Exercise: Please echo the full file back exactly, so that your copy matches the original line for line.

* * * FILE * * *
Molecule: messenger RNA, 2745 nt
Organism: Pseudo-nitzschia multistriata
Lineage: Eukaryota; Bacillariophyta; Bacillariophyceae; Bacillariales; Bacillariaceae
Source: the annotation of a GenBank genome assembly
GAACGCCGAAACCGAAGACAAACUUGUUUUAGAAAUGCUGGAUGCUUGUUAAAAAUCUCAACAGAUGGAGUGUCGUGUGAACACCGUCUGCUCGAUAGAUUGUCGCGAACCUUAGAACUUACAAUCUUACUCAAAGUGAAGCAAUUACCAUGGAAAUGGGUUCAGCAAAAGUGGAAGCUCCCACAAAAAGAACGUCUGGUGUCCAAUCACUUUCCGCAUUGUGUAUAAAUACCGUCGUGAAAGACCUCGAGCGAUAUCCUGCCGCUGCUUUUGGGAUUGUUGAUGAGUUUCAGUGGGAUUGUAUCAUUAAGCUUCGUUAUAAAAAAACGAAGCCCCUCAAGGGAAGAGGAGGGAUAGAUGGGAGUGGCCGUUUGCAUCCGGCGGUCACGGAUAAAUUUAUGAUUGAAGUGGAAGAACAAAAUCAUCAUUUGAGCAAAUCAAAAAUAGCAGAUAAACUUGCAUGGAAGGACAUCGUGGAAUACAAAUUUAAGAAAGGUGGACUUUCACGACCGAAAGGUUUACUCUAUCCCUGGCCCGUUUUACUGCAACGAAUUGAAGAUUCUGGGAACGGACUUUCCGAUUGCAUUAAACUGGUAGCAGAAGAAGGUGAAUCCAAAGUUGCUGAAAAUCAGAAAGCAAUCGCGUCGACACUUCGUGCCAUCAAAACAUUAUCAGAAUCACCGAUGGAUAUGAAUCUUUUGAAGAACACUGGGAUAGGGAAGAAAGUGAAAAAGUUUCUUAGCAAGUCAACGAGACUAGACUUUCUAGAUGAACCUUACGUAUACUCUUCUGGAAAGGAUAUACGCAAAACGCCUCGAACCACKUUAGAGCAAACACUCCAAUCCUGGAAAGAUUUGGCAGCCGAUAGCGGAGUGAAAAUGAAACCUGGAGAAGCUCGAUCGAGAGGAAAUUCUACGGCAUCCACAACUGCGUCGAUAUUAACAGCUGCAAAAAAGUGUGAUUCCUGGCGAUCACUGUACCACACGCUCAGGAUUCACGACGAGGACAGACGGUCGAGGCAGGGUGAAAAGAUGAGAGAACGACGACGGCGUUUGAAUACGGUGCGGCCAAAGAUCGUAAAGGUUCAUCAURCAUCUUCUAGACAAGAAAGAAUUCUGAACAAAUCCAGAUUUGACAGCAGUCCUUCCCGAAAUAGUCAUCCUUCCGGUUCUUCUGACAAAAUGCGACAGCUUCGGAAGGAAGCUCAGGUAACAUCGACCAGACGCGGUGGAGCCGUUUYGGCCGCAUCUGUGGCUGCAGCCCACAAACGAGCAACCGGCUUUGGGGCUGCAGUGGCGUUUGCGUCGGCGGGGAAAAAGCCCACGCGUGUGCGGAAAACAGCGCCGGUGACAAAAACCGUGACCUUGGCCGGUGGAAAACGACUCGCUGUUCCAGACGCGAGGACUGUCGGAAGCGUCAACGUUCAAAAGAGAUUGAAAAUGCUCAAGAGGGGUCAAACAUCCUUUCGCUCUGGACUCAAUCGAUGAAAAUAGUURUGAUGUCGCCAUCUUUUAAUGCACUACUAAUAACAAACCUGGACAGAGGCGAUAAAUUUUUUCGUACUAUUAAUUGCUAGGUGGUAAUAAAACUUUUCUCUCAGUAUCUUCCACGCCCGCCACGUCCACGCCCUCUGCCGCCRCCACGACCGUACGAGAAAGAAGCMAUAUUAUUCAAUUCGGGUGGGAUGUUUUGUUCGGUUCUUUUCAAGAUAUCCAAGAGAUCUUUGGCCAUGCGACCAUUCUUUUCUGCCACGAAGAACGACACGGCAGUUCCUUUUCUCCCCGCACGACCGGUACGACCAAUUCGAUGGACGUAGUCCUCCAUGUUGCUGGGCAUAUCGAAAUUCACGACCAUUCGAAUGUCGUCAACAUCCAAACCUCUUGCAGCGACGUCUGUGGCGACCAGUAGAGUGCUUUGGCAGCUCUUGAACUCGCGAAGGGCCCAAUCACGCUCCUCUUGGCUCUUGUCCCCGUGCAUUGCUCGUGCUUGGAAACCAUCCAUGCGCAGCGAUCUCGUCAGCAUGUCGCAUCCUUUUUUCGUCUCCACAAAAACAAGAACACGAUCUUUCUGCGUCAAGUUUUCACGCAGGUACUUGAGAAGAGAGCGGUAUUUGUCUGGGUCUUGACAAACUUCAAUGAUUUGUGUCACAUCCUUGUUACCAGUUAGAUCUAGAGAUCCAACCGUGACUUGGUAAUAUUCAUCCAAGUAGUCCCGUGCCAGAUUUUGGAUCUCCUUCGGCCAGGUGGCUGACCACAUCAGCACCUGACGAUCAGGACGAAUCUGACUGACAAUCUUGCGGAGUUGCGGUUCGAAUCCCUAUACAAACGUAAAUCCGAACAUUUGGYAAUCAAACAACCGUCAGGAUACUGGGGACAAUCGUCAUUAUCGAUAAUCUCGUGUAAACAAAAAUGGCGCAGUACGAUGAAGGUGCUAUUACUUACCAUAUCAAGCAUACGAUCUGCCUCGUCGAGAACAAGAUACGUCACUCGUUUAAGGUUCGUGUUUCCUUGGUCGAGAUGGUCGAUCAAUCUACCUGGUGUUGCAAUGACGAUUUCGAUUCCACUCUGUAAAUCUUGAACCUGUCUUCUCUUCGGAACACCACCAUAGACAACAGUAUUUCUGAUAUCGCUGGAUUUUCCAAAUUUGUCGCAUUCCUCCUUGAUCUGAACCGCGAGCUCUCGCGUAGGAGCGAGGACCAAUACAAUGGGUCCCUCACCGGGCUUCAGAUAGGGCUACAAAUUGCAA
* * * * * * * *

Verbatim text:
Molecule: messenger RNA, 2745 nt
Organism: Pseudo-nitzschia multistriata
Lineage: Eukaryota; Bacillariophyta; Bacillariophyceae; Bacillariales; Bacillariaceae
Source: the annotation of a GenBank genome assembly
GAACGCCGAAACCGAAGACAAACUUGUUUUAGAAAUGCUGGAUGCUUGUUAAAAAUCUCAACAGAUGGAGUGUCGUGUGAACACCGUCUGCUCGAUAGAUUGUCGCGAACCUUAGAACUUACAAUCUUACUCAAAGUGAAGCAAUUACCAUGGAAAUGGGUUCAGCAAAAGUGGAAGCUCCCACAAAAAGAACGUCUGGUGUCCAAUCACUUUCCGCAUUGUGUAUAAAUACCGUCGUGAAAGACCUCGAGCGAUAUCCUGCCGCUGCUUUUGGGAUUGUUGAUGAGUUUCAGUGGGAUUGUAUCAUUAAGCUUCGUUAUAAAAAAACGAAGCCCCUCAAGGGAAGAGGAGGGAUAGAUGGGAGUGGCCGUUUGCAUCCGGCGGUCACGGAUAAAUUUAUGAUUGAAGUGGAAGAACAAAAUCAUCAUUUGAGCAAAUCAAAAAUAGCAGAUAAACUUGCAUGGAAGGACAUCGUGGAAUACAAAUUUAAGAAAGGUGGACUUUCACGACCGAAAGGUUUACUCUAUCCCUGGCCCGUUUUACUGCAACGAAUUGAAGAUUCUGGGAACGGACUUUCCGAUUGCAUUAAACUGGUAGCAGAAGAAGGUGAAUCCAAAGUUGCUGAAAAUCAGAAAGCAAUCGCGUCGACACUUCGUGCCAUCAAAACAUUAUCAGAAUCACCGAUGGAUAUGAAUCUUUUGAAGAACACUGGGAUAGGGAAGAAAGUGAAAAAGUUUCUUAGCAAGUCAACGAGACUAGACUUUCUAGAUGAACCUUACGUAUACUCUUCUGGAAAGGAUAUACGCAAAACGCCUCGAACCACKUUAGAGCAAACACUCCAAUCCUGGAAAGAUUUGGCAGCCGAUAGCGGAGUGAAAAUGAAACCUGGAGAAGCUCGAUCGAGAGGAAAUUCUACGGCAUCCACAACUGCGUCGAUAUUAACAGCUGCAAAAAAGUGUGAUUCCUGGCGAUCACUGUACCACACGCUCAGGAUUCACGACGAGGACAGACGGUCGAGGCAGGGUGAAAAGAUGAGAGAACGACGACGGCGUUUGAAUACGGUGCGGCCAAAGAUCGUAAAGGUUCAUCAURCAUCUUCUAGACAAGAAAGAAUUCUGAACAAAUCCAGAUUUGACAGCAGUCCUUCCCGAAAUAGUCAUCCUUCCGGUUCUUCUGACAAAAUGCGACAGCUUCGGAAGGAAGCUCAGGUAACAUCGACCAGACGCGGUGGAGCCGUUUYGGCCGCAUCUGUGGCUGCAGCCCACAAACGAGCAACCGGCUUUGGGGCUGCAGUGGCGUUUGCGUCGGCGGGGAAAAAGCCCACGCGUGUGCGGAAAACAGCGCCGGUGACAAAAACCGUGACCUUGGCCGGUGGAAAACGACUCGCUGUUCCAGACGCGAGGACUGUCGGAAGCGUCAACGUUCAAAAGAGAUUGAAAAUGCUCAAGAGGGGUCAAACAUCCUUUCGCUCUGGACUCAAUCGAUGAAAAUAGUURUGAUGUCGCCAUCUUUUAAUGCACUACUAAUAACAAACCUGGACAGAGGCGAUAAAUUUUUUCGUACUAUUAAUUGCUAGGUGGUAAUAAAACUUUUCUCUCAGUAUCUUCCACGCCCGCCACGUCCACGCCCUCUGCCGCCRCCACGACCGUACGAGAAAGAAGCMAUAUUAUUCAAUUCGGGUGGGAUGUUUUGUUCGGUUCUUUUCAAGAUAUCCAAGAGAUCUUUGGCCAUGCGACCAUUCUUUUCUGCCACGAAGAACGACACGGCAGUUCCUUUUCUCCCCGCACGACCGGUACGACCAAUUCGAUGGACGUAGUCCUCCAUGUUGCUGGGCAUAUCGAAAUUCACGACCAUUCGAAUGUCGUCAACAUCCAAACCUCUUGCAGCGACGUCUGUGGCGACCAGUAGAGUGCUUUGGCAGCUCUUGAACUCGCGAAGGGCCCAAUCACGCUCCUCUUGGCUCUUGUCCCCGUGCAUUGCUCGUGCUUGGAAACCAUCCAUGCGCAGCGAUCUCGUCAGCAUGUCGCAUCCUUUUUUCGUCUCCACAAAAACAAGAACACGAUCUUUCUGCGUCAAGUUUUCACGCAGGUACUUGAGAAGAGAGCGGUAUUUGUCUGGGUCUUGACAAACUUCAAUGAUUUGUGUCACAUCCUUGUUACCAGUUAGAUCUAGAGAUCCAACCGUGACUUGGUAAUAUUCAUCCAAGUAGUCCCGUGCCAGAUUUUGGAUCUCCUUCGGCCAGGUGGCUGACCACAUCAGCACCUGACGAUCAGGACGAAUCUGACUGACAAUCUUGCGGAGUUGCGGUUCGAAUCCCUAUACAAACGUAAAUCCGAACAUUUGGYAAUCAAACAACCGUCAGGAUACUGGGGACAAUCGUCAUUAUCGAUAAUCUCGUGUAAACAAAAAUGGCGCAGUACGAUGAAGGUGCUAUUACUUACCAUAUCAAGCAUACGAUCUGCCUCGUCGAGAACAAGAUACGUCACUCGUUUAAGGUUCGUGUUUCCUUGGUCGAGAUGGUCGAUCAAUCUACCUGGUGUUGCAAUGACGAUUUCGAUUCCACUCUGUAAAUCUUGAACCUGUCUUCUCUUCGGAACACCACCAUAGACAACAGUAUUUCUGAUAUCGCUGGAUUUUCCAAAUUUGUCGCAUUCCUCCUUGAUCUGAACCGCGAGCUCUCGCGUAGGAGCGAGGACCAAUACAAUGGGUCCCUCACCGGGCUUCAGAUAGGGCUACAAAUUGCAA